Friday, January 4, 2013
Don't despair, however. There are many online alternatives to costly programs.
Individual needs and abilities are varied, so what works for one may not be what another wants. Good thing life is about choice. And when it comes to finding software to meet your needs there's plenty of that.
I decided to do a little searching and see what options I could turn up. Happily I discovered a website that did most of the work for me, offering choices galore. mashable.com 35 Free Graphics Programs provided links to, and information about, a number of possibilities.
Here is the Coles Notes version of what Graphics Toolbox had to say:
For people in search of a manipulation program that works well for photo retouching and image creation, gimp 2.8 could be the perfect solution, while, Paint.NET Free Software for Digital Photo Editing is image and photo editing software for Windows computers.
For a speedy graphics program with plenty of features, also for Windows, try Ultimate Paint, while Skencil is a vector drawing program with many elements, such as gradient fills and bezier curves.
A vector graphics editor, Inkscape is a good option for people interested in something akin to Adobe Illustrator or CorelDRAW.
SmoothDraw To Be an Artist Now is a freehand drawing tool, which will also smooth lines drawn with a mouse.
For people who like to paint without the mess Project Dogwaffle is a functional program developed for the PC.
Sodipodi is a vector-based program with a ton of features, such as the ability to create vertical text, and out-of-centre gradients.
A freeware paint and drawing program for Windows, Artweaver the Artist Way has a wide range of painting tools, and comes in free and cost versions.
So you see, finding the right program for your needs needn't mean a big outlay of cash or settling for something you don't find user-friendly.
Thursday, January 3, 2013
While collecting photographic memories may be an interest of mine, compiling them into unique mementos apparently isn't. It's not that I don't love the finished product; I guess I'm just not devoted enough to the hobby to find the time.
That said, I have indulged in a little artistic sorting having made a scrapbook a few years ago. A special friend had passed away suddenly. She was very close to our then, quite young, grandson, so the scrapbook was intended to help him remember. It was also therapeutic for me. And being so emotionally involved in the project kept me focused.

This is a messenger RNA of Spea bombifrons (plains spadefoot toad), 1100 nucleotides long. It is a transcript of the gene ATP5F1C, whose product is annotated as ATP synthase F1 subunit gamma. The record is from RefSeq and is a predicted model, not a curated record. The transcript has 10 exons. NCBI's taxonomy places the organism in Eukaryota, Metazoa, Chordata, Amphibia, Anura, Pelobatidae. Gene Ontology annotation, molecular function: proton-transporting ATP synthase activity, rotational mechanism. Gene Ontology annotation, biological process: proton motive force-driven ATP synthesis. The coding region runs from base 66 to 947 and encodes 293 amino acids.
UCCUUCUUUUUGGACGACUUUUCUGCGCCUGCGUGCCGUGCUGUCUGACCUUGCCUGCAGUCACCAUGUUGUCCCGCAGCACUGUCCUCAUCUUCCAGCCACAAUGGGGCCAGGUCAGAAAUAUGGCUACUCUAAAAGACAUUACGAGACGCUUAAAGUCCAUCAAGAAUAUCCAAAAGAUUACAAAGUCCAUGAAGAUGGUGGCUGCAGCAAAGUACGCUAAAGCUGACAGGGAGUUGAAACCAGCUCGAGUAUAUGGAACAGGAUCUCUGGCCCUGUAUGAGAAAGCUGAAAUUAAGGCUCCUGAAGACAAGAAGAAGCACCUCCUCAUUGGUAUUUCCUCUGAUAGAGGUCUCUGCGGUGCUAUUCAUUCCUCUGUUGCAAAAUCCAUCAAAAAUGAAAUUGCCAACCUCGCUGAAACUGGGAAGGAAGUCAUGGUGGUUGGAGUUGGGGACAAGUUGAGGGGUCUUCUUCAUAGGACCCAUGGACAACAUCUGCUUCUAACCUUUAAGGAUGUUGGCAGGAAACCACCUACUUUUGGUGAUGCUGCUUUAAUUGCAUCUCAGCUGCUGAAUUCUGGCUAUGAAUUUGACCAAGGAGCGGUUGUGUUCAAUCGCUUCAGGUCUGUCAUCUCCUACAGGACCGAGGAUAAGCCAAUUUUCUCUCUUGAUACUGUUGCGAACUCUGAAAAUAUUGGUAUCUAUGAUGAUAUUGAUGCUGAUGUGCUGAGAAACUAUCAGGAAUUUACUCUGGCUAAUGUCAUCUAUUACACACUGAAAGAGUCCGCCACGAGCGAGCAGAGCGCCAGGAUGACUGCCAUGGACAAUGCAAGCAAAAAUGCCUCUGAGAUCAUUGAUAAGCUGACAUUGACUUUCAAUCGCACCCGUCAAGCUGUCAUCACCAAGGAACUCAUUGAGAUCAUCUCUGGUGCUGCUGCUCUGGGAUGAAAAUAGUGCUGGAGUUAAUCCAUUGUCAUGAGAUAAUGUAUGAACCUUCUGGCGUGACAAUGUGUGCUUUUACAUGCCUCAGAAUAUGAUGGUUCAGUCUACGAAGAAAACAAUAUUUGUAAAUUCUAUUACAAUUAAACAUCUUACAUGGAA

One of the aspects of the craft I most enjoyed was finding backgrounds and elements online to enhance my project. Though in this particular case it was generally all about daisies, butterflies and sunshine, there were times when I needed to spice up the photos with a little winter seasoning. Here are some cool collections that do just that:
iCLIPART.com Winter Elements and Backgrounds
Acclaim Images Winter Backgrounds
Clipart Guide Winter Backgrounds
ClickArt Online Winter Elements and Backgrounds
Wednesday, January 2, 2013
However, with the pressure of deadlines, my education in using the image editing software was rudimentary at best. A crash course taught me what I needed to know to get the job done, and the hectic schedule left little time for advancing my limited skills.
Enter the 21st century and I'm starting to feel a little left behind. Everyone, from graphic designers to grandmas, is talking about image editing software for their projects, while my abilities have continued to stagnate. Let's face it. What's required for getting a weekly newspaper together doesn't generally get put to a lot of use when you step outside that atmosphere.
And what tends to pop up on the internet for education seems to be quite advanced. Seeing so many tutorials for everything from creating vectors to mastering 3D effects, I got to wondering if there's any hope for novices to catch up on their own. I decided to scope out some informative sites for beginners —my own Photoshop 101 you might say — and actually was pleased to discover there's still lots of opportunity to up my skills.
mashable.com 12 Beginner Photoshop Tutorials
psdtuts+ 50 Photoshop Tutorials for Clever Beginners
makeuseof.com 10 Must-Know Introductory Photoshop Skills for Beginning Photographers
1stwebdesigner.com Exceptionally Great Beginner Photosop Tutorials
Six Revisions 35 Basical Photoshop Tutorials to Get You Started
Monday, December 31, 2012
For more than three decades we have gathered together with good friends on Dec. 31 to ring in the new year. During a portion of those occasions some of the discussion has centred around our New Year's resolutions. Of late, however, this topic isn't even mentioned. Perhaps we've concluded there's enough disappointment in the world, we certainly don't need to set our selves up to fail.
But then I wonder. While we may have often fallen back into old habits within days of making our resolutions, we have obviously at some point realized success. We boast a 100% smoke-free room when we gather. There is talk of going to gyms and of evening walks, of having lost weight, of eating better, of spending more quality time with people we love.
American author and journalist Hal Borland has said: "Year's end is neither an end nor a beginning but a going on, with all the wisdom that experience can instill in us." Having gotten a little older and wiser, I no longer see the breaking of a New Year's resolution as a failure, but an acknowledgement that something must change. Seeing that, is perhaps the biggest step towards making it happen. Maybe not this year, but some day.
So here's a clipart illustration to provide a little inspiration for changing your bad habits:
iCLIPART.com New Year's Resolutions